Polar Bears: A New Look

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Kalluk shakes off.

Why no Polar Cam? Have you looked recently? The Polar Cam has been replaced by a new HD camera system, and it looks so much better! And in keeping with our message of reducing our waste, the old camera will be reused in our Polar Bear Park (the new management yard behind the main polar bear exhibit)! We have been able to raise enough funds to add some cameras and the ability to pan-tilt-zoom! This will help us see where our bears are from inside the polar bear building and what antics our trio is up to. In addition—YES!—we will be installing an Internet hookup so that in the event Chinook has cubs, we will be able to show her den live on our Web site! With the installation of the cameras in the park, we will also be able to watch the bears in the pool. We are hoping to have all the work done by the beginning of July. We want to have lots of practice with it by the fall!

And for those of you wondering about weather conditions in San Diego, it would appear we are in for a “snow storm” on Saturday, June 5, in celebration of World Oceans Day! Luckily for beach goers, it will be an isolated storm directly in the Conrad Prebys Polar Bear Plunge. We are expecting the largest snowfall ever, and a few creative individuals will be building ice people; the bears will then get the choice of which is the best. So watch to see which one they knock over first! Note: Video of this fun activity is now posted!

Our arctic foxes Kaniq and Isiq have made themselves quite comfortable in their new digs (see New Neighbors for Polar Bears): every day we find a brand-new hole! It is so much fun to see them digging and rolling in the soil. They don’t seem to have much appreciation for landscape and have greatly enjoyed playing tug-of-war with the long grass and flowering plants in their area. Isiq also loves to race around with pieces of sod, tossing and jumping as though she is making a great lemming kill. When you visit, please take some time with these two. Morning is usually the best time.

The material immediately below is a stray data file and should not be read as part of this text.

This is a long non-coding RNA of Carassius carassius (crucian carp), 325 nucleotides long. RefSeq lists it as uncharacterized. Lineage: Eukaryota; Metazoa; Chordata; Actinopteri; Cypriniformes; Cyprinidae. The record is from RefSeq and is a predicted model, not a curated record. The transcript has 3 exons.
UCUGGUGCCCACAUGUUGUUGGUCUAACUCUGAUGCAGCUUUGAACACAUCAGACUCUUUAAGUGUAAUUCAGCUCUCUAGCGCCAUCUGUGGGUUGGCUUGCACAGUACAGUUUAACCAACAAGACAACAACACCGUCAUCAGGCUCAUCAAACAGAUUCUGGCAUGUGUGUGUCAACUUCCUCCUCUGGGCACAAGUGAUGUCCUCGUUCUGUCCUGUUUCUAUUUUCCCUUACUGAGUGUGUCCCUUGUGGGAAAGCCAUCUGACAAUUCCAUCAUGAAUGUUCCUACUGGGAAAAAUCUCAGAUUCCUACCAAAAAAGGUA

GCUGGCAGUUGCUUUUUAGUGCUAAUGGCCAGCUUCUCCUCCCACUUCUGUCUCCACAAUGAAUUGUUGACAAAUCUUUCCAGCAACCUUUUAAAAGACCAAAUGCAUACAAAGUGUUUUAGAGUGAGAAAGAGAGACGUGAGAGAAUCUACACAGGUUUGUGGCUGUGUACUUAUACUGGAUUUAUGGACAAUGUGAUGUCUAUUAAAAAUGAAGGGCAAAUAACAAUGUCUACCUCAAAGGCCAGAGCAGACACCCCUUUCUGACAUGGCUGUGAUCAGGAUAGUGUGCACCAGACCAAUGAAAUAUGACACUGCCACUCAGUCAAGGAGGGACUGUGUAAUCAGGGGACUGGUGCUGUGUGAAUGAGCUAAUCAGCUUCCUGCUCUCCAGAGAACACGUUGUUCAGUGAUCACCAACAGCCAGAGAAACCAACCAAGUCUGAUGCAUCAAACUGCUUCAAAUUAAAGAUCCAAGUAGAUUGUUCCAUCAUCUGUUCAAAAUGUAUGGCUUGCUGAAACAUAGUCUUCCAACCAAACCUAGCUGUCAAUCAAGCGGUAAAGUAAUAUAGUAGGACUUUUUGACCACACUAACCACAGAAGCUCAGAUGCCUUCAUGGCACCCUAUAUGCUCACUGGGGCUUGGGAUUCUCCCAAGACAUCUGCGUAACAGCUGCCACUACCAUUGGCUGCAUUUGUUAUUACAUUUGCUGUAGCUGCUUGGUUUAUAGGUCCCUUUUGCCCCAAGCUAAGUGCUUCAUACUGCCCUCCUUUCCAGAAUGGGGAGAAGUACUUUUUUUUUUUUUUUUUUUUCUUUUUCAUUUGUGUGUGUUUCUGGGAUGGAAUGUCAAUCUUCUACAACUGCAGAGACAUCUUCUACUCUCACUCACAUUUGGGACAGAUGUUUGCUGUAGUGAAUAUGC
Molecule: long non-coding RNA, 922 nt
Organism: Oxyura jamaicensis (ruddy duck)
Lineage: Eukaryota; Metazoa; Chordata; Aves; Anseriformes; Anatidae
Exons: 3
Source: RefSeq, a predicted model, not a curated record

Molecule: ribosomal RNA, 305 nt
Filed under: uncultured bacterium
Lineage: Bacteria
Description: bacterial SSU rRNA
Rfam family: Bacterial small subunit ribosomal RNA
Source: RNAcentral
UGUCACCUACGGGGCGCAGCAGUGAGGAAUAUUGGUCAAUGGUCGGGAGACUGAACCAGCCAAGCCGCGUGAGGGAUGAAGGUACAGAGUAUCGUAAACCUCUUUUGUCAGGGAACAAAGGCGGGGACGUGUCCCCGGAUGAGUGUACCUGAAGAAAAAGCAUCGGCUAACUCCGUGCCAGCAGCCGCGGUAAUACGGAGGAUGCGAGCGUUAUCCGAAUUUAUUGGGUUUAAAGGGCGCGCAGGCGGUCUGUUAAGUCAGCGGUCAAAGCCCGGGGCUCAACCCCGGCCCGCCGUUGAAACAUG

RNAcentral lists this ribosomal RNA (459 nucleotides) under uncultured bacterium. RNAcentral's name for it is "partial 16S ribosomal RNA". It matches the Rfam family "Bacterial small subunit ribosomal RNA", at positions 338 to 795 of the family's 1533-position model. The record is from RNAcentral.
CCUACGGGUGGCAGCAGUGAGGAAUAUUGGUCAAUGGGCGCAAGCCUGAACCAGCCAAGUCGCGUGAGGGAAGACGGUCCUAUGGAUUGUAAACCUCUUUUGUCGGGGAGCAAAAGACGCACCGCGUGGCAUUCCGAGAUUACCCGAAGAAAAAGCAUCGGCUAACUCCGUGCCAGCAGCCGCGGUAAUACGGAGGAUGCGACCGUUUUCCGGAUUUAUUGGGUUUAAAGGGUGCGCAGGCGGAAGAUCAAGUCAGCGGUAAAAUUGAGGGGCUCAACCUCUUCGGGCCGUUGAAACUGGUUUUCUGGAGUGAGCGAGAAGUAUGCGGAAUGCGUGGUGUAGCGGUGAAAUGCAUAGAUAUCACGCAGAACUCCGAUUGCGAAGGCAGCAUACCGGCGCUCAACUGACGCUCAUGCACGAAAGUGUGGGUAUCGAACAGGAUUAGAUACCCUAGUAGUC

The reindeer herd is now officially grown. Three yearling females have joined our other lady. Polar bear Kalluk is absolutely entranced by them. I’m not sure what he was trying to communicate when he brought his large beef femur bone over to show the reindeer at the fence line!

For those of you trying to tell the difference between Tatqiq and Chinook, it is quite easy these days: Chinook is oh so very pudgy! This is usually a time when she would be losing weight, and she is not. Not sure what this means, but she has not become her usual playful self after breeding season and instead seems to be a bit drifty and very mellow.

But if action is what you’re looking for, check out our brother-sister team! Kalluk and Tatqiq have rejoined to become quite the pair. As we get closer to summer, they are definitely swimming and playing together more, and Kalluk is back to his water-ball-dribbling and basketball-like antics!

With the fun days we have ahead, it’s difficult to hear of the latest report coming from the biologists in the Arctic. The ice has not been very good this year. The Western Hudson Bay area where I spend every fall reports the hardest news of all: it would appear that their population of polar bears is very close to the “tipping point.” This is a term used to define when a population decreases so greatly it has little chance of returning. It is estimated that a third of the Western Hudson population could be lost within a year’s time. The decline will be gradual until the threshold is passed, and then it will decline dramatically and very fast. In the 1980s, there were approximately 120 days during which the bears had a summer fast due to ice melt; this time it is increasing and it is estimated that when it reaches 180 days, 28 to 48 percent of the population will starve. This is very difficult to think about.

The disaster we watch every day in the Gulf is a good reminder that it is about our entire planet and how we use its resources. It is time to really act on common sense and what is good for our home by reducing our consumption and our waste. In the end, we are all impacted by it, whether it is happening off our coast, the equator, or at either pole.

JoAnne Simerson is a senior keeper at the San Diego Zoo.